Michael E. Levina, Jason Lillisb & Steven C. Hayesa
- Published online: 22 Aug 2012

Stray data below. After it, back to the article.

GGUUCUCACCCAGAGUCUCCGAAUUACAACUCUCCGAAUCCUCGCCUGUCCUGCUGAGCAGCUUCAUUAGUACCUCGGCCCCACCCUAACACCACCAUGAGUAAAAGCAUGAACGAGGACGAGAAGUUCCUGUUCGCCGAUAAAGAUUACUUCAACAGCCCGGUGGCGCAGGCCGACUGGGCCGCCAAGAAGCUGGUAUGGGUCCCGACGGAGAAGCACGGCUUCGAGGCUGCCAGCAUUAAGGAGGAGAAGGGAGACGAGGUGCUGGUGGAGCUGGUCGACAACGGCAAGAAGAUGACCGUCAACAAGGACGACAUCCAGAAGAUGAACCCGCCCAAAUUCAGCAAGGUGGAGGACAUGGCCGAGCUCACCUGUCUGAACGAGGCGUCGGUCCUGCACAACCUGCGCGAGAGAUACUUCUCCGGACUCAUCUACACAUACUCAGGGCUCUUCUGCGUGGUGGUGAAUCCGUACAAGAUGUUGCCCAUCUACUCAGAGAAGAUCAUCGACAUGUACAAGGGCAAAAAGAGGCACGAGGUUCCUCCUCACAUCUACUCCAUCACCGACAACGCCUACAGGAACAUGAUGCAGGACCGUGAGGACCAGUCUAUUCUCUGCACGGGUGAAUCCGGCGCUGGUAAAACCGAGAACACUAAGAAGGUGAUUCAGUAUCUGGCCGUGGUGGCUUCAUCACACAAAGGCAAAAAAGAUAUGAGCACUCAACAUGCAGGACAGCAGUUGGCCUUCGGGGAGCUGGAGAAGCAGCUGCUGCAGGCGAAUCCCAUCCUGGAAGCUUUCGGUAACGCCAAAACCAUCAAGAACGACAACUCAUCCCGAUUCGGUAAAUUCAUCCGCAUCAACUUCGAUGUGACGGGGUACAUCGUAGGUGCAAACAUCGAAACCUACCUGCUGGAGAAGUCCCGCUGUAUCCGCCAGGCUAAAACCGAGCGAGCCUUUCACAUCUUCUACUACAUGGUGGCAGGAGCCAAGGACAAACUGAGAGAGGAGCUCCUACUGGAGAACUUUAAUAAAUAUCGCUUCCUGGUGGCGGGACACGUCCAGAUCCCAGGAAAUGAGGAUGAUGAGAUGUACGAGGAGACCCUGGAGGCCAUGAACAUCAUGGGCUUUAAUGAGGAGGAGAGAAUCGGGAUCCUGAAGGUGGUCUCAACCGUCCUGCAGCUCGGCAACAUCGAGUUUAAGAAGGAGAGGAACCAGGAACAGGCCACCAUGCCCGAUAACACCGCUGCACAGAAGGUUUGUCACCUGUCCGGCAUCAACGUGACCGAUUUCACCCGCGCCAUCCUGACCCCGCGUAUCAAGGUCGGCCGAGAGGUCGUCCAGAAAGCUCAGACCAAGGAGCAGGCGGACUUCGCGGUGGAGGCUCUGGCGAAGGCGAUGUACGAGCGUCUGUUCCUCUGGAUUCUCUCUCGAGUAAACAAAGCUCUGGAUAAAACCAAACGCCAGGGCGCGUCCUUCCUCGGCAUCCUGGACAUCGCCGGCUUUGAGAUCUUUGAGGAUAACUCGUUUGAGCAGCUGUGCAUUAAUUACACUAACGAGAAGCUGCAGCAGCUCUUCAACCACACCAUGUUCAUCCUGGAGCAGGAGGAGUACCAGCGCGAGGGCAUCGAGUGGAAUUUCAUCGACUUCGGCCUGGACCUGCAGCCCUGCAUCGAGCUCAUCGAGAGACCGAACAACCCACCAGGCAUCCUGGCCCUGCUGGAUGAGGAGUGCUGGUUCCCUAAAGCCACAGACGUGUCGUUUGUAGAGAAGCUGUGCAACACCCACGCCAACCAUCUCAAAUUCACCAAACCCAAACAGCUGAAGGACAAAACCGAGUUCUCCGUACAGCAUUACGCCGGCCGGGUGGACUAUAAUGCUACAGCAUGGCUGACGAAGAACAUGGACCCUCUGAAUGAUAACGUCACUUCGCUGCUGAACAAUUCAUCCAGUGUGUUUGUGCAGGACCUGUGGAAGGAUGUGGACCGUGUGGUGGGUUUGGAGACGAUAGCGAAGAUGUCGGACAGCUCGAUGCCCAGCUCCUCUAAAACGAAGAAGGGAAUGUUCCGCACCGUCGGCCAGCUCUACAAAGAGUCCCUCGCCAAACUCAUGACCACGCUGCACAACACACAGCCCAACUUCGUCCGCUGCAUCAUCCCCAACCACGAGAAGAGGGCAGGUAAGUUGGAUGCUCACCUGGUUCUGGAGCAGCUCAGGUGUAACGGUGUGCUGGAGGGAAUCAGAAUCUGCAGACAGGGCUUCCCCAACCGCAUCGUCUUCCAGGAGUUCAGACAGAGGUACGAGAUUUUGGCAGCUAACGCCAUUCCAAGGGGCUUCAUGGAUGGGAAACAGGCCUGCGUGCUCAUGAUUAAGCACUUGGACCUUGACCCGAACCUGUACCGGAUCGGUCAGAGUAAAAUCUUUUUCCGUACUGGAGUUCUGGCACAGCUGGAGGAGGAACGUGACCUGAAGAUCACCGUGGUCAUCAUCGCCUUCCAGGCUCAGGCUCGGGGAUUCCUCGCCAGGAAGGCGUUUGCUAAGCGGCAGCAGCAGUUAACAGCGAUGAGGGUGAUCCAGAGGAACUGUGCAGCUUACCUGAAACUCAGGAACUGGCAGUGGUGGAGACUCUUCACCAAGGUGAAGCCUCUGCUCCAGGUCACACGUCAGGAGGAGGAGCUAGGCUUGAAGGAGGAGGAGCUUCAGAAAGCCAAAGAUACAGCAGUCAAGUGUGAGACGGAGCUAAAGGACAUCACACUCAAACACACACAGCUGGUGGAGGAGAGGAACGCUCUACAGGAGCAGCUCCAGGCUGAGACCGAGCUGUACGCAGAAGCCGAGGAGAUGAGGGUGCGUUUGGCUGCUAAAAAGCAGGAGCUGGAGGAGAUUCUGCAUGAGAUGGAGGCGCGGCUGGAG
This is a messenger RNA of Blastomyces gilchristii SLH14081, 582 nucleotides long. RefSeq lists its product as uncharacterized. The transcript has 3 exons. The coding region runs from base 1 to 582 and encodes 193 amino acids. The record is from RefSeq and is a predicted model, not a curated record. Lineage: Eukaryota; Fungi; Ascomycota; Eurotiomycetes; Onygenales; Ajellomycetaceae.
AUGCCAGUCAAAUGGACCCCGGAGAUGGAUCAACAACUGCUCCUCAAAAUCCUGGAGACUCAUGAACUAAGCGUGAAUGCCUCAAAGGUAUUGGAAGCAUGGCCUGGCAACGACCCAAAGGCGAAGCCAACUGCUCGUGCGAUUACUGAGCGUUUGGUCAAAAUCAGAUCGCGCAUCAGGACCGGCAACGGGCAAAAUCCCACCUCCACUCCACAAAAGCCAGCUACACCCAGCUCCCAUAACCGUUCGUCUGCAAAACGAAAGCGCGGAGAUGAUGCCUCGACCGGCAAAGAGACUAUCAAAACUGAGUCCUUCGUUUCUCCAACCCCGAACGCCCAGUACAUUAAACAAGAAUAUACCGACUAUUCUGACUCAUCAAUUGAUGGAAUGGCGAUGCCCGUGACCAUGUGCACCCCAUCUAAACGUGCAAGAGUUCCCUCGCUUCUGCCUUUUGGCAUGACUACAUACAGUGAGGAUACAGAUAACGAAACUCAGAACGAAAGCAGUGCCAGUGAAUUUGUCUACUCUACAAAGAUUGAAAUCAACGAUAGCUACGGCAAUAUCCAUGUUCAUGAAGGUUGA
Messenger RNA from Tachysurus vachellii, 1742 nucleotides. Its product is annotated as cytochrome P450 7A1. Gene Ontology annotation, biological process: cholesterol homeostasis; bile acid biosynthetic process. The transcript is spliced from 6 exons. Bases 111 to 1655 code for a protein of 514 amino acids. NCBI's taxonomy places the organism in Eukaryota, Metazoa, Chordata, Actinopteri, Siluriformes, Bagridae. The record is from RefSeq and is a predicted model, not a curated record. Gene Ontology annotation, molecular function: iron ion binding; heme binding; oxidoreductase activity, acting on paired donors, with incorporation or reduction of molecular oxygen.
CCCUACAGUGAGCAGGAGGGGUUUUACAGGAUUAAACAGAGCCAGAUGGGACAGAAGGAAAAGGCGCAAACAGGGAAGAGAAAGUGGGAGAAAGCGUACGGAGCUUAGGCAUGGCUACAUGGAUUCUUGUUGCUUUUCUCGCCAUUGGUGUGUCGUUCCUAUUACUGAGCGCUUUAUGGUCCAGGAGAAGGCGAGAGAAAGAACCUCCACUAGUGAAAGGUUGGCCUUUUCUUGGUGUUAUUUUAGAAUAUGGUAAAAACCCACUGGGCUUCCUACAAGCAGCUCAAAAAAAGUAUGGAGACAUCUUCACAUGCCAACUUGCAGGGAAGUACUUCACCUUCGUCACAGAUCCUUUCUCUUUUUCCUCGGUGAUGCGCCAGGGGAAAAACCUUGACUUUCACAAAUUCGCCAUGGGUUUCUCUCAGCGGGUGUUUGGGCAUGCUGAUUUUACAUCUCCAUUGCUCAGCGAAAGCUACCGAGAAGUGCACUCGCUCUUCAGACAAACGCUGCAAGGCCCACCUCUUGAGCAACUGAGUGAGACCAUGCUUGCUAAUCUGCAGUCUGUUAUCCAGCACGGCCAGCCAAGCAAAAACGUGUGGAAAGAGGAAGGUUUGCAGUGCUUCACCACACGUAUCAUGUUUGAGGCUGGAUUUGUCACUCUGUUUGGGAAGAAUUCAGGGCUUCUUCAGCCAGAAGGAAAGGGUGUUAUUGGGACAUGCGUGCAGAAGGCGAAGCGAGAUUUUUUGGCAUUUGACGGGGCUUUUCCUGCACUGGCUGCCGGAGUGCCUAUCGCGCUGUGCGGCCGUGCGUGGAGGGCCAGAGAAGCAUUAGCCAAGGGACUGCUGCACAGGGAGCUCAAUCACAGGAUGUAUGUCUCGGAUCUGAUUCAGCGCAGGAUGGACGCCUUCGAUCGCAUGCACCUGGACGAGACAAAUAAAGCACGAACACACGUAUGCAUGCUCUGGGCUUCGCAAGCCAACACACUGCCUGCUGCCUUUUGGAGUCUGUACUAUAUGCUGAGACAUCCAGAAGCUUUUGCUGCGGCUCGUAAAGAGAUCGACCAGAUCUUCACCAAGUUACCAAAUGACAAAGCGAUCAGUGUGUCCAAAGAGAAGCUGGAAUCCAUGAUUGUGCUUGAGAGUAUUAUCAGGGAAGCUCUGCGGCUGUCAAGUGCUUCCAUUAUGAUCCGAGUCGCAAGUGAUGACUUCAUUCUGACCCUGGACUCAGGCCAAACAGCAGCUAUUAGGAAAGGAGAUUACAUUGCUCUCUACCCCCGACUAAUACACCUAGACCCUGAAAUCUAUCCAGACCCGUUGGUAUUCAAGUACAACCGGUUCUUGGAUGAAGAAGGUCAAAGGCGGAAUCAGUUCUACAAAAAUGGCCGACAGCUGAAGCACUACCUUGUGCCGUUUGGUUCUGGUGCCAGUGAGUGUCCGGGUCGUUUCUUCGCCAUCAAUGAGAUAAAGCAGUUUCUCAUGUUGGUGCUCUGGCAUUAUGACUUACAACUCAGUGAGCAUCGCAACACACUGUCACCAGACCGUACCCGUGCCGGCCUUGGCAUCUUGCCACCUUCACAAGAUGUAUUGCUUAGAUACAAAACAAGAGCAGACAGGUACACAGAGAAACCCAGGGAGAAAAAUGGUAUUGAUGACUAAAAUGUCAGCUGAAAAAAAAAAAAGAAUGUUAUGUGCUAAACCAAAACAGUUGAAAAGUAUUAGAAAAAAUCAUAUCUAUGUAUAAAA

Internet pornography viewing is common among college-aged males, but it is unclear whether and for whom such viewing is problematic. One potential process that may account for whether viewing is problematic is experiential avoidance: seeking to reduce the form, frequency, or situational sensitivity of private experiences even when doing so causes behavioral harm. The current study examined the relationship of Internet pornography viewing and experiential avoidance to a range of psychosocial problems (depression, anxiety, stress, social functioning, and problems related to viewing) through a cross-sectional online survey conducted with a non-clinical sample of 157 undergraduate college males. Results indicated that frequency of viewing was significantly related to each psychosocial variable, such that more viewing was related to greater problems. Furthermore, experiential avoidance moderated the relationship between viewing and two psychosocial variables, such that viewing predicted anxiety and problems related to viewing only among those participants with clinical levels of experiential avoidance. These results are discussed in the context of research on experiential avoidance and treatment approaches that target this process.